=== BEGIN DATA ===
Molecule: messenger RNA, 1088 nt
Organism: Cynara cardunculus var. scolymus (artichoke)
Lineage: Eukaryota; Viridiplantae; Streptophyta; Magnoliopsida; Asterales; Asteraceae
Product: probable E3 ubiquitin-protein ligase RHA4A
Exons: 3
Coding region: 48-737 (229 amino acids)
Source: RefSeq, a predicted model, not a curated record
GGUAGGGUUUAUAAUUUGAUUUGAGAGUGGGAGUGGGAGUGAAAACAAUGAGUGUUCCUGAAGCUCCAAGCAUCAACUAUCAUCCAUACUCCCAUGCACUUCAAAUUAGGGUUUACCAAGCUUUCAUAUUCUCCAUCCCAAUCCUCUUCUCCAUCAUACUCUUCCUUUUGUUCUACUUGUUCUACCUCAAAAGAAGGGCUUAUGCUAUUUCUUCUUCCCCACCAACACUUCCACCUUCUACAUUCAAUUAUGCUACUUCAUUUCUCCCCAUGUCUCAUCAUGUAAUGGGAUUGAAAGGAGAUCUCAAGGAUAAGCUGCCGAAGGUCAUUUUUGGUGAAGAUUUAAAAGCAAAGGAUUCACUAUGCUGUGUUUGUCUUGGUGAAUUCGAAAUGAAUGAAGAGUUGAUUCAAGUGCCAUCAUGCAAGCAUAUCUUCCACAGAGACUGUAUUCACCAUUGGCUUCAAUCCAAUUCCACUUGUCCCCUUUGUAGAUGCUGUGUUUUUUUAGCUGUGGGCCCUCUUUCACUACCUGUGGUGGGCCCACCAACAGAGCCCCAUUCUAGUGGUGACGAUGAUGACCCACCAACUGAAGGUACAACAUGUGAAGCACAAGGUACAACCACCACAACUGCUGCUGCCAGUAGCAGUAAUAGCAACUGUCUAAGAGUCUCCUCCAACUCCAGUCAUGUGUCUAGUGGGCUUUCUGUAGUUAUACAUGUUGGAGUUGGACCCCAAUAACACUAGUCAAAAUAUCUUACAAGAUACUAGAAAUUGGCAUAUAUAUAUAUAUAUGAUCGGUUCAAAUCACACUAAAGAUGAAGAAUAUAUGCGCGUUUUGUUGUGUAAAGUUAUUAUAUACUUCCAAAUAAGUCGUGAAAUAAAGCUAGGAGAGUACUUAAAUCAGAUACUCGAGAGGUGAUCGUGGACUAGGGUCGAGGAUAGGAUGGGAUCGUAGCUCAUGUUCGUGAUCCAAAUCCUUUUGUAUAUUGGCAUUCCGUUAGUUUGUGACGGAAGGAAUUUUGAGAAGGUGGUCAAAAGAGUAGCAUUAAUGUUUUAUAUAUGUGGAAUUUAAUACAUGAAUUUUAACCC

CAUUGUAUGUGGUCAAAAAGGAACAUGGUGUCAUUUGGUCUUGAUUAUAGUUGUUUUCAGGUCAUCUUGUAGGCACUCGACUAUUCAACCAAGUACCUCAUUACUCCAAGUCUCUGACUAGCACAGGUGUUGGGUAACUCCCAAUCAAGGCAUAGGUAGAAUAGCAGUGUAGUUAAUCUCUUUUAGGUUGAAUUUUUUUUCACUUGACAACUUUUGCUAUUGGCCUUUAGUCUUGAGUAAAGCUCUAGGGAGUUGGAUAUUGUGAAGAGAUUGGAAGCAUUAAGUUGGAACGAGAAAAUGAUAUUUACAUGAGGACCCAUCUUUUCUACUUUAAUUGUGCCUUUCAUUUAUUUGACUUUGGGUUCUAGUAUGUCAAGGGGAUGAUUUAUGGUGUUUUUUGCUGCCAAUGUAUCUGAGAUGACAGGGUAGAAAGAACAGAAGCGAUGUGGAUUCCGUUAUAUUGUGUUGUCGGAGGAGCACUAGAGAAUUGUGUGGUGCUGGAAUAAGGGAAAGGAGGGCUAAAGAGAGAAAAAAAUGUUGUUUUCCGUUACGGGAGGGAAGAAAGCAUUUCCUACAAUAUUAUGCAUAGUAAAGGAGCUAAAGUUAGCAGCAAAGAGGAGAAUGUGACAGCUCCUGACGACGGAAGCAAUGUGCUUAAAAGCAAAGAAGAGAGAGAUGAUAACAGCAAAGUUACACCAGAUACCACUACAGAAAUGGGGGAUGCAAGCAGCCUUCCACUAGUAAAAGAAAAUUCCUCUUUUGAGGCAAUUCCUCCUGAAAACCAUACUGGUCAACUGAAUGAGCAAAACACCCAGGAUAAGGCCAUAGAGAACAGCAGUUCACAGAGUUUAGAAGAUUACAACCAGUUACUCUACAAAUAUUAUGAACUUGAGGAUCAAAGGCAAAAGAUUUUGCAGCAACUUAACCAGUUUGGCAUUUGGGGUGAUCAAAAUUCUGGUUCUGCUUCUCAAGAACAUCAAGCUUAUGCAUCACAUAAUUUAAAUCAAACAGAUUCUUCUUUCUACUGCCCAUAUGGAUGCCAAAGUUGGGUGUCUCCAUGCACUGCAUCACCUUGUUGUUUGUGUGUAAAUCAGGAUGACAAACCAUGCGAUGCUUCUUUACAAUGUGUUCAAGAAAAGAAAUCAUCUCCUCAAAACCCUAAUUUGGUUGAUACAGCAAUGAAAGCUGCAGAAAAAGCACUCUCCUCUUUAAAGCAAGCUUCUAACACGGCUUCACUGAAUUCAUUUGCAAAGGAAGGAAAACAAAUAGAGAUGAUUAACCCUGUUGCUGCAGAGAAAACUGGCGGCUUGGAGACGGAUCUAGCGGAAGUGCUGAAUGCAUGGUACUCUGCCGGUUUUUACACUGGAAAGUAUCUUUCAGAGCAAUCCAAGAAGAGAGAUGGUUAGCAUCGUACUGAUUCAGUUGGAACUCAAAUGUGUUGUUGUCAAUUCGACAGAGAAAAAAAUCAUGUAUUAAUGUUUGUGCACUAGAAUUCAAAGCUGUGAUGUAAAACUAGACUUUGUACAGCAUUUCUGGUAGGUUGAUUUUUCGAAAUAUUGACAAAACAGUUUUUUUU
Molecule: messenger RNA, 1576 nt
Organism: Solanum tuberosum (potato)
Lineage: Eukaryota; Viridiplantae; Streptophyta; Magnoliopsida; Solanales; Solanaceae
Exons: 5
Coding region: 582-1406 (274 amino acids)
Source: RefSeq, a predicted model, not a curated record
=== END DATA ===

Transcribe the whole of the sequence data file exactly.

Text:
Molecule: messenger RNA, 1088 nt
Organism: Cynara cardunculus var. scolymus (artichoke)
Lineage: Eukaryota; Viridiplantae; Streptophyta; Magnoliopsida; Asterales; Asteraceae
Product: probable E3 ubiquitin-protein ligase RHA4A
Exons: 3
Coding region: 48-737 (229 amino acids)
Source: RefSeq, a predicted model, not a curated record
GGUAGGGUUUAUAAUUUGAUUUGAGAGUGGGAGUGGGAGUGAAAACAAUGAGUGUUCCUGAAGCUCCAAGCAUCAACUAUCAUCCAUACUCCCAUGCACUUCAAAUUAGGGUUUACCAAGCUUUCAUAUUCUCCAUCCCAAUCCUCUUCUCCAUCAUACUCUUCCUUUUGUUCUACUUGUUCUACCUCAAAAGAAGGGCUUAUGCUAUUUCUUCUUCCCCACCAACACUUCCACCUUCUACAUUCAAUUAUGCUACUUCAUUUCUCCCCAUGUCUCAUCAUGUAAUGGGAUUGAAAGGAGAUCUCAAGGAUAAGCUGCCGAAGGUCAUUUUUGGUGAAGAUUUAAAAGCAAAGGAUUCACUAUGCUGUGUUUGUCUUGGUGAAUUCGAAAUGAAUGAAGAGUUGAUUCAAGUGCCAUCAUGCAAGCAUAUCUUCCACAGAGACUGUAUUCACCAUUGGCUUCAAUCCAAUUCCACUUGUCCCCUUUGUAGAUGCUGUGUUUUUUUAGCUGUGGGCCCUCUUUCACUACCUGUGGUGGGCCCACCAACAGAGCCCCAUUCUAGUGGUGACGAUGAUGACCCACCAACUGAAGGUACAACAUGUGAAGCACAAGGUACAACCACCACAACUGCUGCUGCCAGUAGCAGUAAUAGCAACUGUCUAAGAGUCUCCUCCAACUCCAGUCAUGUGUCUAGUGGGCUUUCUGUAGUUAUACAUGUUGGAGUUGGACCCCAAUAACACUAGUCAAAAUAUCUUACAAGAUACUAGAAAUUGGCAUAUAUAUAUAUAUAUGAUCGGUUCAAAUCACACUAAAGAUGAAGAAUAUAUGCGCGUUUUGUUGUGUAAAGUUAUUAUAUACUUCCAAAUAAGUCGUGAAAUAAAGCUAGGAGAGUACUUAAAUCAGAUACUCGAGAGGUGAUCGUGGACUAGGGUCGAGGAUAGGAUGGGAUCGUAGCUCAUGUUCGUGAUCCAAAUCCUUUUGUAUAUUGGCAUUCCGUUAGUUUGUGACGGAAGGAAUUUUGAGAAGGUGGUCAAAAGAGUAGCAUUAAUGUUUUAUAUAUGUGGAAUUUAAUACAUGAAUUUUAACCC

CAUUGUAUGUGGUCAAAAAGGAACAUGGUGUCAUUUGGUCUUGAUUAUAGUUGUUUUCAGGUCAUCUUGUAGGCACUCGACUAUUCAACCAAGUACCUCAUUACUCCAAGUCUCUGACUAGCACAGGUGUUGGGUAACUCCCAAUCAAGGCAUAGGUAGAAUAGCAGUGUAGUUAAUCUCUUUUAGGUUGAAUUUUUUUUCACUUGACAACUUUUGCUAUUGGCCUUUAGUCUUGAGUAAAGCUCUAGGGAGUUGGAUAUUGUGAAGAGAUUGGAAGCAUUAAGUUGGAACGAGAAAAUGAUAUUUACAUGAGGACCCAUCUUUUCUACUUUAAUUGUGCCUUUCAUUUAUUUGACUUUGGGUUCUAGUAUGUCAAGGGGAUGAUUUAUGGUGUUUUUUGCUGCCAAUGUAUCUGAGAUGACAGGGUAGAAAGAACAGAAGCGAUGUGGAUUCCGUUAUAUUGUGUUGUCGGAGGAGCACUAGAGAAUUGUGUGGUGCUGGAAUAAGGGAAAGGAGGGCUAAAGAGAGAAAAAAAUGUUGUUUUCCGUUACGGGAGGGAAGAAAGCAUUUCCUACAAUAUUAUGCAUAGUAAAGGAGCUAAAGUUAGCAGCAAAGAGGAGAAUGUGACAGCUCCUGACGACGGAAGCAAUGUGCUUAAAAGCAAAGAAGAGAGAGAUGAUAACAGCAAAGUUACACCAGAUACCACUACAGAAAUGGGGGAUGCAAGCAGCCUUCCACUAGUAAAAGAAAAUUCCUCUUUUGAGGCAAUUCCUCCUGAAAACCAUACUGGUCAACUGAAUGAGCAAAACACCCAGGAUAAGGCCAUAGAGAACAGCAGUUCACAGAGUUUAGAAGAUUACAACCAGUUACUCUACAAAUAUUAUGAACUUGAGGAUCAAAGGCAAAAGAUUUUGCAGCAACUUAACCAGUUUGGCAUUUGGGGUGAUCAAAAUUCUGGUUCUGCUUCUCAAGAACAUCAAGCUUAUGCAUCACAUAAUUUAAAUCAAACAGAUUCUUCUUUCUACUGCCCAUAUGGAUGCCAAAGUUGGGUGUCUCCAUGCACUGCAUCACCUUGUUGUUUGUGUGUAAAUCAGGAUGACAAACCAUGCGAUGCUUCUUUACAAUGUGUUCAAGAAAAGAAAUCAUCUCCUCAAAACCCUAAUUUGGUUGAUACAGCAAUGAAAGCUGCAGAAAAAGCACUCUCCUCUUUAAAGCAAGCUUCUAACACGGCUUCACUGAAUUCAUUUGCAAAGGAAGGAAAACAAAUAGAGAUGAUUAACCCUGUUGCUGCAGAGAAAACUGGCGGCUUGGAGACGGAUCUAGCGGAAGUGCUGAAUGCAUGGUACUCUGCCGGUUUUUACACUGGAAAGUAUCUUUCAGAGCAAUCCAAGAAGAGAGAUGGUUAGCAUCGUACUGAUUCAGUUGGAACUCAAAUGUGUUGUUGUCAAUUCGACAGAGAAAAAAAUCAUGUAUUAAUGUUUGUGCACUAGAAUUCAAAGCUGUGAUGUAAAACUAGACUUUGUACAGCAUUUCUGGUAGGUUGAUUUUUCGAAAUAUUGACAAAACAGUUUUUUUU
Molecule: messenger RNA, 1576 nt
Organism: Solanum tuberosum (potato)
Lineage: Eukaryota; Viridiplantae; Streptophyta; Magnoliopsida; Solanales; Solanaceae
Exons: 5
Coding region: 582-1406 (274 amino acids)
Source: RefSeq, a predicted model, not a curated record